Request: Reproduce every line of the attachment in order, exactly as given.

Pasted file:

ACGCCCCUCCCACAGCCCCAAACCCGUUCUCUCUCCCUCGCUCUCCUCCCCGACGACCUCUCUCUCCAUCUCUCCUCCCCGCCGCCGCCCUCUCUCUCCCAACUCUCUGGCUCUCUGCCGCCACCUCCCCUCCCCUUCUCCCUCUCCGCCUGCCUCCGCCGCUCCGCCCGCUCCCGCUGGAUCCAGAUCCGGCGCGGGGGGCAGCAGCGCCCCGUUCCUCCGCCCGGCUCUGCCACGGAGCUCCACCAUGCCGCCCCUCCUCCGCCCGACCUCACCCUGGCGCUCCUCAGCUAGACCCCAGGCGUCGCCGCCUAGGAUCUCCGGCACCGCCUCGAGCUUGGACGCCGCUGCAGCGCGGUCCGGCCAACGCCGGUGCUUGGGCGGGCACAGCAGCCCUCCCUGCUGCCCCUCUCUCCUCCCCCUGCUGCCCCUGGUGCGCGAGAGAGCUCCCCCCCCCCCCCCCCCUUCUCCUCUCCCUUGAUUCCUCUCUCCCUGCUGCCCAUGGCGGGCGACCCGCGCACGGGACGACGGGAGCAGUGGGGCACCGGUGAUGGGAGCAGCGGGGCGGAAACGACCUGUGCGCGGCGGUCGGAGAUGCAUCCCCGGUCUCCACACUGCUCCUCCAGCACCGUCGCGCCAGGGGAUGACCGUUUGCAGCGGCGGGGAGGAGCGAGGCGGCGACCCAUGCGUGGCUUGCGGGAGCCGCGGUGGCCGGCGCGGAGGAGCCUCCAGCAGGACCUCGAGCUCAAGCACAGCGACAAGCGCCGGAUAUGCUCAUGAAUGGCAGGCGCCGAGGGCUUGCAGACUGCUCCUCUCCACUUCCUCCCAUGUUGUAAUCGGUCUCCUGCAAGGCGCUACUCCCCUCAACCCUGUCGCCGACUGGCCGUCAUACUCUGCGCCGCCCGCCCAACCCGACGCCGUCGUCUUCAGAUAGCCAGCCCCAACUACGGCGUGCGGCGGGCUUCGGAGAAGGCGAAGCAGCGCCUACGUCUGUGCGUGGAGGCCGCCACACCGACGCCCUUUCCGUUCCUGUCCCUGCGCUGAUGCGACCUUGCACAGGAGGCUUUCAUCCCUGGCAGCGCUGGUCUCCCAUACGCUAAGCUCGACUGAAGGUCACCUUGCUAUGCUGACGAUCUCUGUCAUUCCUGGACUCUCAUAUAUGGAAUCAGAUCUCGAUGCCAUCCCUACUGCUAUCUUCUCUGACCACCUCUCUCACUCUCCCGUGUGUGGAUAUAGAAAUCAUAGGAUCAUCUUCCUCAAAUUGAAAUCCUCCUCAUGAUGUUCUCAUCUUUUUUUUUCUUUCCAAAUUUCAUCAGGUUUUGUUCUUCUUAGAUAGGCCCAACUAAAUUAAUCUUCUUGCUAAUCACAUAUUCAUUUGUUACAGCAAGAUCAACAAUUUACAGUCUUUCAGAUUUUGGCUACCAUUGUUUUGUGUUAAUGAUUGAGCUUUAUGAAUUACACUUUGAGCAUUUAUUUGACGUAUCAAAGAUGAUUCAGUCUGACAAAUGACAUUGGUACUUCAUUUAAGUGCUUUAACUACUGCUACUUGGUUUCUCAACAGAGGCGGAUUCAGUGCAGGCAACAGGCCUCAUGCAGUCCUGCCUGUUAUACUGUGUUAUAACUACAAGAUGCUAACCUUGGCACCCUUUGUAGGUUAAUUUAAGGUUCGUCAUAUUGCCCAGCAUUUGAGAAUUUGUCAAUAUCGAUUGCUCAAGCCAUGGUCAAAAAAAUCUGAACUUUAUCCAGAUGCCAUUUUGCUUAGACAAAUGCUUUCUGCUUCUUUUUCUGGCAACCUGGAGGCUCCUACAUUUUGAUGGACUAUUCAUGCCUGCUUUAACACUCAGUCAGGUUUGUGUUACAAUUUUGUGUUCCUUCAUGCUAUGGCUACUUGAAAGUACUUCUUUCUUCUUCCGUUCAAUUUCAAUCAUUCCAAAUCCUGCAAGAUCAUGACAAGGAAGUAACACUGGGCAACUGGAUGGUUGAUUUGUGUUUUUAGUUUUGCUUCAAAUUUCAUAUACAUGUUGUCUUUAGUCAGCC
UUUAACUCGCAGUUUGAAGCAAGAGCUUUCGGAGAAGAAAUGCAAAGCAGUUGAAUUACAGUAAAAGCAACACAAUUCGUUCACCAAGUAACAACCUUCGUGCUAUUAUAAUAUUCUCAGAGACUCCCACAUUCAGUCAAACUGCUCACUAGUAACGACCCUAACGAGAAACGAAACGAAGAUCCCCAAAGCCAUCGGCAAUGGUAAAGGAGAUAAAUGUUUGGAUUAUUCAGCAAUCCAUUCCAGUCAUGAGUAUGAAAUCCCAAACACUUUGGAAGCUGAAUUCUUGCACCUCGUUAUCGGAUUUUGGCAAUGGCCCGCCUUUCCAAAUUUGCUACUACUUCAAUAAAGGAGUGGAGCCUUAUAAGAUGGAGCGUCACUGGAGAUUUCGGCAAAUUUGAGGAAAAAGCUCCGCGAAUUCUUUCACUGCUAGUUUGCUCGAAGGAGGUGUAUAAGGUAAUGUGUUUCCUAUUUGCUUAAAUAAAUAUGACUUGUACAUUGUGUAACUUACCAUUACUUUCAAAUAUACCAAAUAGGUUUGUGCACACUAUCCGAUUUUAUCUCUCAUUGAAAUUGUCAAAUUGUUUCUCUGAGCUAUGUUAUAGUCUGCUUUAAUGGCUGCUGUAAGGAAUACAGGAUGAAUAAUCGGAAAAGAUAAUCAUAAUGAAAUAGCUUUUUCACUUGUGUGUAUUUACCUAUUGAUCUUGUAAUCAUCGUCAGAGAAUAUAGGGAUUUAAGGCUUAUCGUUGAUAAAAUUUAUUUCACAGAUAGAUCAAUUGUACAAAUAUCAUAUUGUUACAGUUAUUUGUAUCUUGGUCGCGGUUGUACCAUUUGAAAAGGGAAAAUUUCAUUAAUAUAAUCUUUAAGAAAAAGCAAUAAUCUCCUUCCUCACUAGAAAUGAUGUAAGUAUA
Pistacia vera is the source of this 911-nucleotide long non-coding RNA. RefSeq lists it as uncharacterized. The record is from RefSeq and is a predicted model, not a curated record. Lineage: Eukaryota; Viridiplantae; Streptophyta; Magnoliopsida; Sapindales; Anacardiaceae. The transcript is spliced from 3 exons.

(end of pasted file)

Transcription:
ACGCCCCUCCCACAGCCCCAAACCCGUUCUCUCUCCCUCGCUCUCCUCCCCGACGACCUCUCUCUCCAUCUCUCCUCCCCGCCGCCGCCCUCUCUCUCCCAACUCUCUGGCUCUCUGCCGCCACCUCCCCUCCCCUUCUCCCUCUCCGCCUGCCUCCGCCGCUCCGCCCGCUCCCGCUGGAUCCAGAUCCGGCGCGGGGGGCAGCAGCGCCCCGUUCCUCCGCCCGGCUCUGCCACGGAGCUCCACCAUGCCGCCCCUCCUCCGCCCGACCUCACCCUGGCGCUCCUCAGCUAGACCCCAGGCGUCGCCGCCUAGGAUCUCCGGCACCGCCUCGAGCUUGGACGCCGCUGCAGCGCGGUCCGGCCAACGCCGGUGCUUGGGCGGGCACAGCAGCCCUCCCUGCUGCCCCUCUCUCCUCCCCCUGCUGCCCCUGGUGCGCGAGAGAGCUCCCCCCCCCCCCCCCCCUUCUCCUCUCCCUUGAUUCCUCUCUCCCUGCUGCCCAUGGCGGGCGACCCGCGCACGGGACGACGGGAGCAGUGGGGCACCGGUGAUGGGAGCAGCGGGGCGGAAACGACCUGUGCGCGGCGGUCGGAGAUGCAUCCCCGGUCUCCACACUGCUCCUCCAGCACCGUCGCGCCAGGGGAUGACCGUUUGCAGCGGCGGGGAGGAGCGAGGCGGCGACCCAUGCGUGGCUUGCGGGAGCCGCGGUGGCCGGCGCGGAGGAGCCUCCAGCAGGACCUCGAGCUCAAGCACAGCGACAAGCGCCGGAUAUGCUCAUGAAUGGCAGGCGCCGAGGGCUUGCAGACUGCUCCUCUCCACUUCCUCCCAUGUUGUAAUCGGUCUCCUGCAAGGCGCUACUCCCCUCAACCCUGUCGCCGACUGGCCGUCAUACUCUGCGCCGCCCGCCCAACCCGACGCCGUCGUCUUCAGAUAGCCAGCCCCAACUACGGCGUGCGGCGGGCUUCGGAGAAGGCGAAGCAGCGCCUACGUCUGUGCGUGGAGGCCGCCACACCGACGCCCUUUCCGUUCCUGUCCCUGCGCUGAUGCGACCUUGCACAGGAGGCUUUCAUCCCUGGCAGCGCUGGUCUCCCAUACGCUAAGCUCGACUGAAGGUCACCUUGCUAUGCUGACGAUCUCUGUCAUUCCUGGACUCUCAUAUAUGGAAUCAGAUCUCGAUGCCAUCCCUACUGCUAUCUUCUCUGACCACCUCUCUCACUCUCCCGUGUGUGGAUAUAGAAAUCAUAGGAUCAUCUUCCUCAAAUUGAAAUCCUCCUCAUGAUGUUCUCAUCUUUUUUUUUCUUUCCAAAUUUCAUCAGGUUUUGUUCUUCUUAGAUAGGCCCAACUAAAUUAAUCUUCUUGCUAAUCACAUAUUCAUUUGUUACAGCAAGAUCAACAAUUUACAGUCUUUCAGAUUUUGGCUACCAUUGUUUUGUGUUAAUGAUUGAGCUUUAUGAAUUACACUUUGAGCAUUUAUUUGACGUAUCAAAGAUGAUUCAGUCUGACAAAUGACAUUGGUACUUCAUUUAAGUGCUUUAACUACUGCUACUUGGUUUCUCAACAGAGGCGGAUUCAGUGCAGGCAACAGGCCUCAUGCAGUCCUGCCUGUUAUACUGUGUUAUAACUACAAGAUGCUAACCUUGGCACCCUUUGUAGGUUAAUUUAAGGUUCGUCAUAUUGCCCAGCAUUUGAGAAUUUGUCAAUAUCGAUUGCUCAAGCCAUGGUCAAAAAAAUCUGAACUUUAUCCAGAUGCCAUUUUGCUUAGACAAAUGCUUUCUGCUUCUUUUUCUGGCAACCUGGAGGCUCCUACAUUUUGAUGGACUAUUCAUGCCUGCUUUAACACUCAGUCAGGUUUGUGUUACAAUUUUGUGUUCCUUCAUGCUAUGGCUACUUGAAAGUACUUCUUUCUUCUUCCGUUCAAUUUCAAUCAUUCCAAAUCCUGCAAGAUCAUGACAAGGAAGUAACACUGGGCAACUGGAUGGUUGAUUUGUGUUUUUAGUUUUGCUUCAAAUUUCAUAUACAUGUUGUCUUUAGUCAGCC
UUUAACUCGCAGUUUGAAGCAAGAGCUUUCGGAGAAGAAAUGCAAAGCAGUUGAAUUACAGUAAAAGCAACACAAUUCGUUCACCAAGUAACAACCUUCGUGCUAUUAUAAUAUUCUCAGAGACUCCCACAUUCAGUCAAACUGCUCACUAGUAACGACCCUAACGAGAAACGAAACGAAGAUCCCCAAAGCCAUCGGCAAUGGUAAAGGAGAUAAAUGUUUGGAUUAUUCAGCAAUCCAUUCCAGUCAUGAGUAUGAAAUCCCAAACACUUUGGAAGCUGAAUUCUUGCACCUCGUUAUCGGAUUUUGGCAAUGGCCCGCCUUUCCAAAUUUGCUACUACUUCAAUAAAGGAGUGGAGCCUUAUAAGAUGGAGCGUCACUGGAGAUUUCGGCAAAUUUGAGGAAAAAGCUCCGCGAAUUCUUUCACUGCUAGUUUGCUCGAAGGAGGUGUAUAAGGUAAUGUGUUUCCUAUUUGCUUAAAUAAAUAUGACUUGUACAUUGUGUAACUUACCAUUACUUUCAAAUAUACCAAAUAGGUUUGUGCACACUAUCCGAUUUUAUCUCUCAUUGAAAUUGUCAAAUUGUUUCUCUGAGCUAUGUUAUAGUCUGCUUUAAUGGCUGCUGUAAGGAAUACAGGAUGAAUAAUCGGAAAAGAUAAUCAUAAUGAAAUAGCUUUUUCACUUGUGUGUAUUUACCUAUUGAUCUUGUAAUCAUCGUCAGAGAAUAUAGGGAUUUAAGGCUUAUCGUUGAUAAAAUUUAUUUCACAGAUAGAUCAAUUGUACAAAUAUCAUAUUGUUACAGUUAUUUGUAUCUUGGUCGCGGUUGUACCAUUUGAAAAGGGAAAAUUUCAUUAAUAUAAUCUUUAAGAAAAAGCAAUAAUCUCCUUCCUCACUAGAAAUGAUGUAAGUAUA
Pistacia vera is the source of this 911-nucleotide long non-coding RNA. RefSeq lists it as uncharacterized. The record is from RefSeq and is a predicted model, not a curated record. Lineage: Eukaryota; Viridiplantae; Streptophyta; Magnoliopsida; Sapindales; Anacardiaceae. The transcript is spliced from 3 exons.